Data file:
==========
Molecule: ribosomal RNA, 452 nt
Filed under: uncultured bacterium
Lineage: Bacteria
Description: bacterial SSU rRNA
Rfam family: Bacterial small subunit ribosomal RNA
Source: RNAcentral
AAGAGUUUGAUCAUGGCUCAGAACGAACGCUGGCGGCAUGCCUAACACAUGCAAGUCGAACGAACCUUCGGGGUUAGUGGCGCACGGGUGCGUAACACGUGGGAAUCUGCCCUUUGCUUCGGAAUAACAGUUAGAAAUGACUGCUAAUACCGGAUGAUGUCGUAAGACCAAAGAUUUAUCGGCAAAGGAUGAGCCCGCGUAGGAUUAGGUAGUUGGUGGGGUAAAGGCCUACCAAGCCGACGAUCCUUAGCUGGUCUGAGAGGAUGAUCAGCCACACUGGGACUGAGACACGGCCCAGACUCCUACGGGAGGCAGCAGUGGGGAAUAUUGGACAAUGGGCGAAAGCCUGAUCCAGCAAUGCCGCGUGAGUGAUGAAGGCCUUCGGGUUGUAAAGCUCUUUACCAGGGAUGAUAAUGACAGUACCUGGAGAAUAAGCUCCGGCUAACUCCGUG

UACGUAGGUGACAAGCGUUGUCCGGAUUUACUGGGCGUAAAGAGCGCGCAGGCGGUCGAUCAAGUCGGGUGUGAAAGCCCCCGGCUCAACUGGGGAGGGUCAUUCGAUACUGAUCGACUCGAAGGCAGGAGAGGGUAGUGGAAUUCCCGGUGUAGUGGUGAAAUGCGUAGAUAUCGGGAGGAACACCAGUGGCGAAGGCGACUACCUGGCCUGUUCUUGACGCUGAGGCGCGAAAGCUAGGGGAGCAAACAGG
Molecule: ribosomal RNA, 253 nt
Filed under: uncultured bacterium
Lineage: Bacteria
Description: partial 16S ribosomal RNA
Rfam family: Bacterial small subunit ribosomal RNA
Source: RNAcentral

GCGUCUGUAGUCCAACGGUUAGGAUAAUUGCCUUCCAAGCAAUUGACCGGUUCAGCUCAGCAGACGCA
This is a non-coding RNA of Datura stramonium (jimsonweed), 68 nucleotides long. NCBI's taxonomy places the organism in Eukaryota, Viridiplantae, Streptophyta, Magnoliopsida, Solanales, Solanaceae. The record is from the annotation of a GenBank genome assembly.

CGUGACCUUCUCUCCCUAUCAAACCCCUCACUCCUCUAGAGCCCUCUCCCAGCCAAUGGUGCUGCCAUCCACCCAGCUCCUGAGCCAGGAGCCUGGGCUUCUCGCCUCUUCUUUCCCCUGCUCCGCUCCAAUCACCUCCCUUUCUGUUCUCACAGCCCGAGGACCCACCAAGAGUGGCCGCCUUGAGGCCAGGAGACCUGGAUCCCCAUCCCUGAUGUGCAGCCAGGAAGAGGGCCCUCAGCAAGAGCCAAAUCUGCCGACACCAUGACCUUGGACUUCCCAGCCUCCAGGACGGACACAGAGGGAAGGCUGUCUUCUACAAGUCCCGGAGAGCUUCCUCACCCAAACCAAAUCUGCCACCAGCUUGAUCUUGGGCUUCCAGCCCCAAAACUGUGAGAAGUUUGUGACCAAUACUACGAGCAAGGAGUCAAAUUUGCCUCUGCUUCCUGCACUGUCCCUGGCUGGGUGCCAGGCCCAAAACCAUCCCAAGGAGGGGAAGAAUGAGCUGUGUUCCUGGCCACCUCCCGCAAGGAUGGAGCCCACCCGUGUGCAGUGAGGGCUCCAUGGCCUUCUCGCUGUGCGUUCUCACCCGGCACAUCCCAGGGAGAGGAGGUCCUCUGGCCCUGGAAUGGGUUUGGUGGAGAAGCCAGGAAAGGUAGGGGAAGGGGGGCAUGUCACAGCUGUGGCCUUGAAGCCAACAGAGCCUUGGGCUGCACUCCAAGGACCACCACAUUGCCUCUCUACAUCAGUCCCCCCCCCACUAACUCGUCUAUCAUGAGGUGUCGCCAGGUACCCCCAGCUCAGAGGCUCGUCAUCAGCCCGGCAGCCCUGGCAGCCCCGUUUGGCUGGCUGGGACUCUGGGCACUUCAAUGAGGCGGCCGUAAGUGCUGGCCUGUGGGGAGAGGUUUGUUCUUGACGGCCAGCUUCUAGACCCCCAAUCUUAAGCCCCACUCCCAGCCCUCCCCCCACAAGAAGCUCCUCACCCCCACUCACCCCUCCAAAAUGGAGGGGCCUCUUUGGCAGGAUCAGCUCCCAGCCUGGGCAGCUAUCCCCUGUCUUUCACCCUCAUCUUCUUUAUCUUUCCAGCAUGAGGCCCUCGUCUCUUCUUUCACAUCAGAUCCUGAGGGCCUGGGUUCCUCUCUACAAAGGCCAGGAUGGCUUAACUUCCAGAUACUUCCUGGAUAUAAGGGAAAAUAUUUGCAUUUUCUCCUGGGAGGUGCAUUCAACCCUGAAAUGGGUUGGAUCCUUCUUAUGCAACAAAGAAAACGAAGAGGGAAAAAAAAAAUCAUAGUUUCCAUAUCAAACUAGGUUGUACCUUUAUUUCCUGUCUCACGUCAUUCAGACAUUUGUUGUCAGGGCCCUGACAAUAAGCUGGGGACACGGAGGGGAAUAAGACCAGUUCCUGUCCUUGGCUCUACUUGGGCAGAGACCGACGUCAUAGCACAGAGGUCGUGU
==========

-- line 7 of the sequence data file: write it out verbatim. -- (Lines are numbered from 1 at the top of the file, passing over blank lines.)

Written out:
AAGAGUUUGAUCAUGGCUCAGAACGAACGCUGGCGGCAUGCCUAACACAUGCAAGUCGAACGAACCUUCGGGGUUAGUGGCGCACGGGUGCGUAACACGUGGGAAUCUGCCCUUUGCUUCGGAAUAACAGUUAGAAAUGACUGCUAAUACCGGAUGAUGUCGUAAGACCAAAGAUUUAUCGGCAAAGGAUGAGCCCGCGUAGGAUUAGGUAGUUGGUGGGGUAAAGGCCUACCAAGCCGACGAUCCUUAGCUGGUCUGAGAGGAUGAUCAGCCACACUGGGACUGAGACACGGCCCAGACUCCUACGGGAGGCAGCAGUGGGGAAUAUUGGACAAUGGGCGAAAGCCUGAUCCAGCAAUGCCGCGUGAGUGAUGAAGGCCUUCGGGUUGUAAAGCUCUUUACCAGGGAUGAUAAUGACAGUACCUGGAGAAUAAGCUCCGGCUAACUCCGUG